Daily Bread

“Give us this day our daily bread.” Matthew 6:11

Jesus invites us to ask our Father for daily bread.  Just what is this daily bread?  Is it what we can get at the highest priced grocery store in town?  Is it what’s on the menu at the fanciest restaurant in town?  Is it the finest of everything?  NO!  These luxuries might be nice to enjoy occasionally if we can afford them, but they don’t give our lives meaning and purpose.  They don’t draw us closer to God.  Requesting them as our daily bread doesn’t fit in a prayer in which we are asking that God’s name be hallowed, His kingdom come, and sins be forgiven.

Is daily bread, then, the basic stuff necessary to sustain our lives?  If taken without deeper understanding, I would again say, NO!  The sustenance needed to maintain existence doesn’t in itself give our lives meaning and purpose.  Food and clothing and other material goods don’t necessarily draw us closer to God.  As a matter of fact, folks can become quite comfortable with always having enough and become complacent about their relationship with God.

What is this daily bread, then, that Jesus invites us to request from our Father?  It has two aspects.  The first aspect is certainly material.  We are asking for food and clothing, and everything needed to sustain our lives.  But we are doing this with the understanding that these things are provided for us to help enable our growth in relationship with God in this life.  In the context of the Lord’s Prayer, we ask for our daily bread so we can be a part of making God’s name hallowed each day, we can be a part of making His kingdom come on earth as it is in heaven each day, we can be spread His forgiving love each day, not so that we can just do our own thing.  We are aware our daily bread comes from God’s gracious hand and we give thanks to Him for it as it is made available for us each day.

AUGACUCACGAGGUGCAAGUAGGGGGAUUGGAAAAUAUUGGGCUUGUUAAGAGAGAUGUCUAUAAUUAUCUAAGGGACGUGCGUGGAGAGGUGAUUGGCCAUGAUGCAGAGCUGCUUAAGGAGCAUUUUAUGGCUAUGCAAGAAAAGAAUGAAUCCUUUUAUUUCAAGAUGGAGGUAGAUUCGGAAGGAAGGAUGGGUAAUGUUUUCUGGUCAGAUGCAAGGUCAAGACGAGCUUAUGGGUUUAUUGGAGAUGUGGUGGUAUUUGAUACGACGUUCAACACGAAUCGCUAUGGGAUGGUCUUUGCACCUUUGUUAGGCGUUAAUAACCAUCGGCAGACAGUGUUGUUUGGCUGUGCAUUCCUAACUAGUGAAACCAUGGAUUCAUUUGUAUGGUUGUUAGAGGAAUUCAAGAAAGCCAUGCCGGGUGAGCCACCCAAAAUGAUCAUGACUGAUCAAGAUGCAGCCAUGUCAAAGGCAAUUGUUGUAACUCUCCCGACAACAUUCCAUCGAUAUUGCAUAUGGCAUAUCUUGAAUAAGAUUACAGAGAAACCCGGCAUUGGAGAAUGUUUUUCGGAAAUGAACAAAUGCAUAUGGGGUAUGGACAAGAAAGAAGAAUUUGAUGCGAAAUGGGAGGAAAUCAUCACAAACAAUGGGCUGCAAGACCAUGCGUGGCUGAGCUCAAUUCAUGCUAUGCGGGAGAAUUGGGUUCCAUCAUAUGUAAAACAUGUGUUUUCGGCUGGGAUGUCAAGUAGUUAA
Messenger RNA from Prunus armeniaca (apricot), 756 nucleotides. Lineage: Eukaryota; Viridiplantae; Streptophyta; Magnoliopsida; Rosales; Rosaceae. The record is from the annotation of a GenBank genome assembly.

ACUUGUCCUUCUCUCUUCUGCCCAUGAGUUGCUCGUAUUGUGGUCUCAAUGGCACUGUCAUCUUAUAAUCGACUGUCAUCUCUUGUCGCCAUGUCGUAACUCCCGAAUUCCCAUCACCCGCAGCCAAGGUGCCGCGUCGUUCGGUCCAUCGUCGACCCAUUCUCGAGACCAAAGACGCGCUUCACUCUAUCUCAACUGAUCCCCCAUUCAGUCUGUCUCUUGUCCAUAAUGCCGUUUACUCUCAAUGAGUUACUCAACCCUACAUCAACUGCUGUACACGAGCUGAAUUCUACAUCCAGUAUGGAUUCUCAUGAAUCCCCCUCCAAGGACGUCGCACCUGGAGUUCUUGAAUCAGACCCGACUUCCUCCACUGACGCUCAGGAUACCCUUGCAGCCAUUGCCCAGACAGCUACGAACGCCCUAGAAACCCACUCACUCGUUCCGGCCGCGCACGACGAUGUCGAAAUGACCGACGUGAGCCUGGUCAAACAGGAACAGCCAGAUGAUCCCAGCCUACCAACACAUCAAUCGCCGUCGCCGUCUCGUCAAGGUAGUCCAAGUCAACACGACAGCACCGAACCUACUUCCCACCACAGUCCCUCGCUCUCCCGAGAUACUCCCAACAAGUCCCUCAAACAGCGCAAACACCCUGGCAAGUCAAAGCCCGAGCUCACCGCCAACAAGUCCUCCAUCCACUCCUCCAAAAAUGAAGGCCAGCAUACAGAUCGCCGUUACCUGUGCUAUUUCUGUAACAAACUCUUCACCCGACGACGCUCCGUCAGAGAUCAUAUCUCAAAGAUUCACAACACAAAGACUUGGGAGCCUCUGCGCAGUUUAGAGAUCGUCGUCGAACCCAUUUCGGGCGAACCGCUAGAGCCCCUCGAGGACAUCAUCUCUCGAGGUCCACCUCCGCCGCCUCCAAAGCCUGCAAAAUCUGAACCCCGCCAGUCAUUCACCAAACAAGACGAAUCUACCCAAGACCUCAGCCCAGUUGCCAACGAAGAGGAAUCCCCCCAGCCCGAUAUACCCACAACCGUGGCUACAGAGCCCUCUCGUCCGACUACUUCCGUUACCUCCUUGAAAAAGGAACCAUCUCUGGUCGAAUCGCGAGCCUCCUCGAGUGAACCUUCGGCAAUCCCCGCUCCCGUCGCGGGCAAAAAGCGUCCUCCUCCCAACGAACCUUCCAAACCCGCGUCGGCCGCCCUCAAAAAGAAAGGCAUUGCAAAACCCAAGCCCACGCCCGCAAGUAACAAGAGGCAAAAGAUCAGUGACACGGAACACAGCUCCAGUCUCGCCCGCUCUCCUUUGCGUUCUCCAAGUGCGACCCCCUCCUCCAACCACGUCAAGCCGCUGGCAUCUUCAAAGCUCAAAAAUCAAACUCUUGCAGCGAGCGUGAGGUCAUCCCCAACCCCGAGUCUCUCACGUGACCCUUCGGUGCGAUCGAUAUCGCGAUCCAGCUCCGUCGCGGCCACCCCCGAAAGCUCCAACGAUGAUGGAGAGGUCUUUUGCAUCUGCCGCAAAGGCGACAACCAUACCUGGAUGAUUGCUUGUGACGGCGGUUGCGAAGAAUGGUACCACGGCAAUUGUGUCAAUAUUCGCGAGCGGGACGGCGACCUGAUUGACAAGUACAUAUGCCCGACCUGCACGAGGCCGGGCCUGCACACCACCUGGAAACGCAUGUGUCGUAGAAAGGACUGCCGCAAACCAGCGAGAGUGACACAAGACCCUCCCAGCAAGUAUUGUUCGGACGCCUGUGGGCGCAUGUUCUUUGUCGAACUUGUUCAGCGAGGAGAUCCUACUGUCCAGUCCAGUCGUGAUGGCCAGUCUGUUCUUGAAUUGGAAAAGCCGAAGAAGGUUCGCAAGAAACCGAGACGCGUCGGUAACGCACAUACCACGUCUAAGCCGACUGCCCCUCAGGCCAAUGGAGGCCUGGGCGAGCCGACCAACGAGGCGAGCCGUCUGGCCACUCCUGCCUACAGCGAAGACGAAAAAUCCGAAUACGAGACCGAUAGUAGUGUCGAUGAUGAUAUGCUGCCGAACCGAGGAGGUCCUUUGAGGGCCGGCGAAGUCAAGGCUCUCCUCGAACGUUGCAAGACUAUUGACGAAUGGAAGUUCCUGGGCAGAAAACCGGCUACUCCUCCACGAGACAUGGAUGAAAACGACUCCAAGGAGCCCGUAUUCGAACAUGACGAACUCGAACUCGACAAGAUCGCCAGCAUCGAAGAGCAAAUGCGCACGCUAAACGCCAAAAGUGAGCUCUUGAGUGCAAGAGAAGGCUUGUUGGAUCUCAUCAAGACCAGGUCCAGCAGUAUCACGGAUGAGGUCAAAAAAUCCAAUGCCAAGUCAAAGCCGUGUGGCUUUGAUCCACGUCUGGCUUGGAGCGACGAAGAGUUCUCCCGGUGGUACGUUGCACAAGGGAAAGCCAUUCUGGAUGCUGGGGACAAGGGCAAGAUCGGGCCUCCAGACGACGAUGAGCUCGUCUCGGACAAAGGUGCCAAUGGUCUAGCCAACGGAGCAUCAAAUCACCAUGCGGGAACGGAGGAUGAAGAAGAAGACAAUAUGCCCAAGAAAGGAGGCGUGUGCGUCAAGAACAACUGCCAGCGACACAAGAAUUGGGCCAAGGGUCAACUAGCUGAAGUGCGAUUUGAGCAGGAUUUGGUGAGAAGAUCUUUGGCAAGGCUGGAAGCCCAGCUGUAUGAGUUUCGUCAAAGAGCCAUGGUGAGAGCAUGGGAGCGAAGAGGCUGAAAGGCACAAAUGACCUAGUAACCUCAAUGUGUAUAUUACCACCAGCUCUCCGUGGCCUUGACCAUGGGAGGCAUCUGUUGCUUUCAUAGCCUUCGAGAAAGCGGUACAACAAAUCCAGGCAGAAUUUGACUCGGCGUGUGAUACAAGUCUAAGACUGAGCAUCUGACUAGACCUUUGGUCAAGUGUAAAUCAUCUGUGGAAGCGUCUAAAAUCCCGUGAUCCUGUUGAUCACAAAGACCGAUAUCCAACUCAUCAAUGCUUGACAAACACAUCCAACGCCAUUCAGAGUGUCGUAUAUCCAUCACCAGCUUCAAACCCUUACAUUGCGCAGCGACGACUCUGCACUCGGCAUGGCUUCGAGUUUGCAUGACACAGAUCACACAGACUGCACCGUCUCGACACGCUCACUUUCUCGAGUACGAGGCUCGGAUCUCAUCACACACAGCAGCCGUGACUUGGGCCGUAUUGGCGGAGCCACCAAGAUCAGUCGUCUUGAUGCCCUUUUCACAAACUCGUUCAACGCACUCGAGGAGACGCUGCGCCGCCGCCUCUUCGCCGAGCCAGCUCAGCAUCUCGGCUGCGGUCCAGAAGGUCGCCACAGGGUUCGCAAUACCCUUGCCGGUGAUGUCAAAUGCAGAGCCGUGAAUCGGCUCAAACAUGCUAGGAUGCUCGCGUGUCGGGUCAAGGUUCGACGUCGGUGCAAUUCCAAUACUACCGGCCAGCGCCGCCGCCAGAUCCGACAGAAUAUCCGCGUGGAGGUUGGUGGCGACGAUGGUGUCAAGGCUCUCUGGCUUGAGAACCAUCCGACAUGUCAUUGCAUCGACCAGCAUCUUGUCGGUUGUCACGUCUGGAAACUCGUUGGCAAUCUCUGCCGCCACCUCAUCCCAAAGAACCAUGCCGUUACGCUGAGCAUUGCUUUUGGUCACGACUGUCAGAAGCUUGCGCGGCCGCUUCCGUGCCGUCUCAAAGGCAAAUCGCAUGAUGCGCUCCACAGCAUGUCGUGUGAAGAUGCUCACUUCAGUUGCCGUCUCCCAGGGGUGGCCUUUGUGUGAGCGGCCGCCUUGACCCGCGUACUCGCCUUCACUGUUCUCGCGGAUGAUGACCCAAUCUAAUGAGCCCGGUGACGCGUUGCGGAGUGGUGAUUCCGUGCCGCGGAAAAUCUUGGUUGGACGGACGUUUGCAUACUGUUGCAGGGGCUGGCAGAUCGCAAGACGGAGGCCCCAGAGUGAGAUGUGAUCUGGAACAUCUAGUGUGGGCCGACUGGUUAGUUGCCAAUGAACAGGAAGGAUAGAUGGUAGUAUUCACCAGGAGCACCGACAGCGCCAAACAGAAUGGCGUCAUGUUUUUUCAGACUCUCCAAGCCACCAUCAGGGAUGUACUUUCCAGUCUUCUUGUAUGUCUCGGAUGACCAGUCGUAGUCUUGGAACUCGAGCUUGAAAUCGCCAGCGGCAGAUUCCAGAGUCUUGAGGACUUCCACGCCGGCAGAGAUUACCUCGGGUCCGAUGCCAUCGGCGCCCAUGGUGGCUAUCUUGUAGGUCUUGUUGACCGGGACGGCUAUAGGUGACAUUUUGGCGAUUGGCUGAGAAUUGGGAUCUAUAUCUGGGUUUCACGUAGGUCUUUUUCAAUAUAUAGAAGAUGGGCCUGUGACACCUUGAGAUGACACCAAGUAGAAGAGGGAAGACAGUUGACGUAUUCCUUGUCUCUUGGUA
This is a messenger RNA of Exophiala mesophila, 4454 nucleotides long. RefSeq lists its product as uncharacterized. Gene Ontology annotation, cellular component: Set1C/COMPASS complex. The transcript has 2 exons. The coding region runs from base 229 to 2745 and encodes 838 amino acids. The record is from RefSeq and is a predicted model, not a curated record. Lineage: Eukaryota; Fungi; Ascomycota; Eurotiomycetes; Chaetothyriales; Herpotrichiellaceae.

The second aspect of daily bread is spiritual.  In the Church, bread is a symbol of spiritual sustenance.  When we come forward for The Lord’s Supper we receive bread, which is the body of our Lord Jesus Christ.  This bread sustains us spiritually.  So when we ask our Father for daily bread, we are asking that we be sustained spiritually each day.  We are asking that we be drawn closer to God and that His will be manifest in our lives each day.

This is the daily bread Jesus invites us to request from our Father.  Sometimes, however, the two aspects of this daily bread seem to clash.  Sometimes we experience suffering and deprivation as we are being brought closer to God and having His will manifest in our lives.  Let’s look at Jesus as our example.  He is the one who told us to ask our Father for daily bread.  Yet, He suffered mightily, had many hungry and homeless days, and finally died with even his clothes stripped from Him.  That doesn’t sound like daily bread was provided for Him.  But, if you think it through, you realize He was sustained with what he needed materially each day so that He was able to truly hallow God’s name and make His kingdom come.  He was sustained spiritually each day through all His suffering.  God made His will powerfully manifest in Jesus’ life and poured His forgiving love through Him bountifully.

So what the daily bread we ask from our Father is really all about is that we will be sustained, even through any suffering and deprivation we experience.  We ask our Father to give us what we need each day so that His name is hallowed by us, His kingdom comes to and through us, and His will is manifest in our lives.  After a tragedy or great difficulty, I often hear from folks, “I don’t know how I would have made it without God providing for me through this time.”  That is daily bread at work—the sustaining, guiding power to get us through the roughest times.  For that we give thanks.

Spreading, Serving and Sharing with You,

Pastor Carl